Editor’s note: This is the first of a two-part series detailing the nuances of Ardmore’s Municipal Court System.

While there haven’t been any major changes in the way the City of Ardmore’s Municipal Court system works, a new judge has officially taken over.
Currently-serving Municipal Court Judge Julie Austin returned to Ardmore to practice law, but she wasn’t expecting to step up to the position she now occupies. While she has been able to help many who find their way into her courtroom, she said there is sometimes confusion about the differences between municipal and district court.
A graduate of Plainview High School, Oklahoma State University and the University of Oklahoma, Austin said she always knew she wanted to go to law school. She worked at a Tulsa firm before returning to Ardmore where she worked with two other firms before branching out on her own.
“I had never practiced criminal law,” Austin said. “I did some pro bono criminal law through law school through the interns clinic at OU, so that was really my only experience with it.”
While Austin began as a fill-in after the previous municipal judge resigned the position, she agreed to take on the role full-time after being exposed to a side of the city she had never previously experienced.
“It has altered my view about our city,” Austin said.
The city commission approved the contract at the end of June, Austin said. “The city manager has been wonderful,” Austin said, adding that she has been able to work with the city to realign the municipal court system.
“I didn’t understand the scope of the drug problem here,” Austin said. “It isn’t just here, it’s a nationwide epidemic. I would have never been exposed to that in my work as a civil attorney, not the way I do in city court.”
Austin said many smaller offenses come through the city court, including petit larceny and public intoxication.
“When I talk to people in my courtroom, and I feel like there are services that could have prevented that, like a mom who shoplifts diapers because they don’t have the money,” Austin said, “I take the opportunity to inform them about what’s out there. I feel like that’s part of my job. If I see someone who is having to commit crimes to get by, I feel like it’s my duty to inform them they don’t have to go down that road.”
Austin receives citations to appear in municipal court from city police officers, but also code enforcement and animal control officers.
“Whether it’s a dog at large or a traffic incident, I will get the ticket and any attached report and it goes on my docket automatically,” Austin said.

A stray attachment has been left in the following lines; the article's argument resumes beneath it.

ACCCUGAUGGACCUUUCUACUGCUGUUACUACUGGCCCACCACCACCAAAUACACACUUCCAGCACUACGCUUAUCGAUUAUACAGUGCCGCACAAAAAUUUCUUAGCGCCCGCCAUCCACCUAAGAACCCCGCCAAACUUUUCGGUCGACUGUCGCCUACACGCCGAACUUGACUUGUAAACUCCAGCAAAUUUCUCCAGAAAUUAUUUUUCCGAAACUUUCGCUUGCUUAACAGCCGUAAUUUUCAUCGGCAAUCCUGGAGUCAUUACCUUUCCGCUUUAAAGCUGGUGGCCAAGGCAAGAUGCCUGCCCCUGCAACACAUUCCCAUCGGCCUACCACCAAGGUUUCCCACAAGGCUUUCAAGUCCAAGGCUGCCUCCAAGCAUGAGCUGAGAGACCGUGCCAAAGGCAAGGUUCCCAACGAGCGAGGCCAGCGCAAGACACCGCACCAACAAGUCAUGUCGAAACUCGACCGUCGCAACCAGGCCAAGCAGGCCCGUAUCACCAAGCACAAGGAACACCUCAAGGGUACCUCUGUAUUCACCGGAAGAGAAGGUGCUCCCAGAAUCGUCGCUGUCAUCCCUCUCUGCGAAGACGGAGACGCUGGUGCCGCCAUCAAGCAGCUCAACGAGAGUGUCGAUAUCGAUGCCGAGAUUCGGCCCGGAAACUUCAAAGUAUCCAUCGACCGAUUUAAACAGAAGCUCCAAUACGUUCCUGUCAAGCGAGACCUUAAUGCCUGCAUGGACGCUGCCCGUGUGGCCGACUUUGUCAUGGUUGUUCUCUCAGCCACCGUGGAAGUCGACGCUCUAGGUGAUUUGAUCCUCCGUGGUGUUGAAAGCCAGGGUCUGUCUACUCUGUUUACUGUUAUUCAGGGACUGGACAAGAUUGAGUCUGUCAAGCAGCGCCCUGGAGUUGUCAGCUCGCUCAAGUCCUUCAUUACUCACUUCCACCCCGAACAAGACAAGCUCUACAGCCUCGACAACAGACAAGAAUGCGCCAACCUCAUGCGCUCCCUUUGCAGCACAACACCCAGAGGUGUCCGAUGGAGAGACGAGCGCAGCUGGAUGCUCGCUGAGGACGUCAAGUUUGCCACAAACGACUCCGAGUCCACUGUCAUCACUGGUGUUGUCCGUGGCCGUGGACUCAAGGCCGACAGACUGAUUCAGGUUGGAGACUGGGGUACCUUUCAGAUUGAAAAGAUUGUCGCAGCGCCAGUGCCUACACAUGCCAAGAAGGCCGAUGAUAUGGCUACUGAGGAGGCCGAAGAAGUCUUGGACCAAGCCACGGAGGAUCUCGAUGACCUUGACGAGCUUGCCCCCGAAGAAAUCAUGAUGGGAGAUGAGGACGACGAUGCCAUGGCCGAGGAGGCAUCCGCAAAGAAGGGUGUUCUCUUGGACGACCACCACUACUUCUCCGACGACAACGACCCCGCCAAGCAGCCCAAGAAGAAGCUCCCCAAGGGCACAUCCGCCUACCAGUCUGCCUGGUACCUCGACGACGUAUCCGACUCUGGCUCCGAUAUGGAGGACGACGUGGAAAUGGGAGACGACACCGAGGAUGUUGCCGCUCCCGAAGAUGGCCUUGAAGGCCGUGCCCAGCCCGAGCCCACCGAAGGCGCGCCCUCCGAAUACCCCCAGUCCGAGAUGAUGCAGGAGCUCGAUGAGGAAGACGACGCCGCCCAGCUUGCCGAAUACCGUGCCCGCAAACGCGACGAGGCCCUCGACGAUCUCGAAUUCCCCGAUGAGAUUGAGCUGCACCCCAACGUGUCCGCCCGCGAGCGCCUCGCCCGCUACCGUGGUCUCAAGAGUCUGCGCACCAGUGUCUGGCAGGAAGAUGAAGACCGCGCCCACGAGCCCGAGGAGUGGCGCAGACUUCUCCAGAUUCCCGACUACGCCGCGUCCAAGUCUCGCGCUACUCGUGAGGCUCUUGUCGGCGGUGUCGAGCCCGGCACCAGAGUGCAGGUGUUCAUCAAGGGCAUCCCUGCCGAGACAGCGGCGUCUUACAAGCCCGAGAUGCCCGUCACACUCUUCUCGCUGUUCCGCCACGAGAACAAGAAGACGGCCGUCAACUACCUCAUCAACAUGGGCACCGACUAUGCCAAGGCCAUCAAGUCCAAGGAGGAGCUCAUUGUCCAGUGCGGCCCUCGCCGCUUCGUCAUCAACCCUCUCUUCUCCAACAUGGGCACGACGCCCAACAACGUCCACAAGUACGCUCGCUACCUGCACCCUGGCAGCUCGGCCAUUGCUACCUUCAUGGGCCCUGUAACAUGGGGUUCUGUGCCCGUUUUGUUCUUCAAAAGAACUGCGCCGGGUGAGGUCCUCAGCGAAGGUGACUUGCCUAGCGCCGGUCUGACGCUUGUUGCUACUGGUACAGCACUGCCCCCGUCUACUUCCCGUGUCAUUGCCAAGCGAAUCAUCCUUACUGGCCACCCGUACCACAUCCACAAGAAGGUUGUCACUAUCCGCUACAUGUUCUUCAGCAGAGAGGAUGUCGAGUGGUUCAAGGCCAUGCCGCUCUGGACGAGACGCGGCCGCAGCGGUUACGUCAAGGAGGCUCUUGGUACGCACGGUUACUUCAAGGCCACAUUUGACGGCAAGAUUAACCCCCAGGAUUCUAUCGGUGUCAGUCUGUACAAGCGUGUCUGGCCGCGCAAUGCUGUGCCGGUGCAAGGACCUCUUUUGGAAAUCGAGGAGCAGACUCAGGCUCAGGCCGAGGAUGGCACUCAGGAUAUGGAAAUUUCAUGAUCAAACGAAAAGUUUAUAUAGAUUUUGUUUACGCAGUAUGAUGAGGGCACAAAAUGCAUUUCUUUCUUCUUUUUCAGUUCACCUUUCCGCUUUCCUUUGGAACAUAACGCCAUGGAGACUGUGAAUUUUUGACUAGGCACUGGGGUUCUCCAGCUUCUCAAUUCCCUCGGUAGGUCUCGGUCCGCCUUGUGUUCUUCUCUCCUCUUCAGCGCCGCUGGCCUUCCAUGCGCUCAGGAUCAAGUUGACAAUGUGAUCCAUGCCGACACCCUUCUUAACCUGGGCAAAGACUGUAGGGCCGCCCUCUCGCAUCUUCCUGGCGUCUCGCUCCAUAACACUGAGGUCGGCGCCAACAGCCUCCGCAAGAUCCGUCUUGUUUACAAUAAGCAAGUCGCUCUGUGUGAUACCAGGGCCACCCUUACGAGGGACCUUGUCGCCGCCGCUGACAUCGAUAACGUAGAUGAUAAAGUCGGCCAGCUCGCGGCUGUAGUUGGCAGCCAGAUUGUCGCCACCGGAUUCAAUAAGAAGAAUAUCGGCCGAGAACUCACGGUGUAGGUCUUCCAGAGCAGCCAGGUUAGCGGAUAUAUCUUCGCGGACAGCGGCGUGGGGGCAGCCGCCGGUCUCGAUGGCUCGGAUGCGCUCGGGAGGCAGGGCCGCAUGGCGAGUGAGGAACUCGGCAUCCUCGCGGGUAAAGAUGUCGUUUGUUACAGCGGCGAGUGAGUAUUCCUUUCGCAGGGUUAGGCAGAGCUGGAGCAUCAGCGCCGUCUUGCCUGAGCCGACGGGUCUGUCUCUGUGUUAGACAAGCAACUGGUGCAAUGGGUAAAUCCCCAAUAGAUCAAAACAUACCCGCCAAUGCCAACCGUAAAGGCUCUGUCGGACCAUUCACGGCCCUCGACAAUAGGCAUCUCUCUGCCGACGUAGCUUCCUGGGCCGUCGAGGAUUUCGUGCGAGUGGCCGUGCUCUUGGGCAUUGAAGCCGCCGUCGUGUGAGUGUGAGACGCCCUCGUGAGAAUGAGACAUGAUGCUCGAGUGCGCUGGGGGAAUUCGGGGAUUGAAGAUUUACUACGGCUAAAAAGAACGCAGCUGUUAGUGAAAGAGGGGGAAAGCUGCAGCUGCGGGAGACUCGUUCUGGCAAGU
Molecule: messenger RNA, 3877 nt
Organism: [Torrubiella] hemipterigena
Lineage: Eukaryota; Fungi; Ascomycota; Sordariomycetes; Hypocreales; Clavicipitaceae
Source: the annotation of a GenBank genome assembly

Municipal court is set for 8 a.m. every Monday, Wednesday and Friday. Anytime someone is given a citation, they’re automatically given a court date for one of those days. Austin said she receives her docket a week in advance and reviews each case.
“I feel like it’s necessary for me to be prepared so I know what’s coming up,” Austin said. “I go back and look at the ordinances. We’re a court not of record, meaning there’s no transcript and usually no formal orders issued.”
Austin said many don’t understand the difference between a guilty or a no contest plea before appearing in court.
“A plea of no contest means that if I were to review all the evidence, I would most likely find you guilty, but you’re not admitting guilt,” Austin said. “A plea of guilty is admitting guilt, you’re admitting to what you are accused of.”
“Everyone on my docket, I have already run a background check for, so I know their history,” Austin said. “I have a conversation with each and every one. Then I make a judgement call. It’s a case by case basis completely.”
Austin said she is always willing to set up a payment plan and work with the citizens who come into her court.
“If they don’t follow through on the payment plan, we issue a warning letter instructing them to contact the court clerk’s office.” Austin said adding that citizens are given time to make contact and discuss their arrangements long before a warrant is issued for failure to pay.
“It’s stated that your drivers license could be suspended,” Austin said. “If someone is having a problem or needs an extension, my court is open. They can come at any time and talk about whatever is going on.”
Austin said if someone pleads not guilty, she hold trials on Fridays. “I subpoena everyone involved and give everyone an opportunity to tell their side of the story,” Austin said. The outcome is the same if someone is found guilty or pleaded that way from the beginning--there is generally a fine and court costs may be assessed. Failure to complete the obligation as issued may lead to additional fees. “I will still try to work with citizens,” Austin said. “Some think we automatically issue a warrant. I would much rather work through that problem than issue a warrant. That is a last resort.”
Austin said she also sees those who have been arrested by APD. “I check to see if they have any pending issues with municipal or with district court,” Austin said. “I want to give everybody a fair shake.” Austin said she also works with the county sheriff and police chief if there are extenuating circumstances.
Austin’s courtroom is open Monday, Wednesday and Friday mornings. The city court clerk’s office is open during normal business hours at City Hall at 23 N. Washington.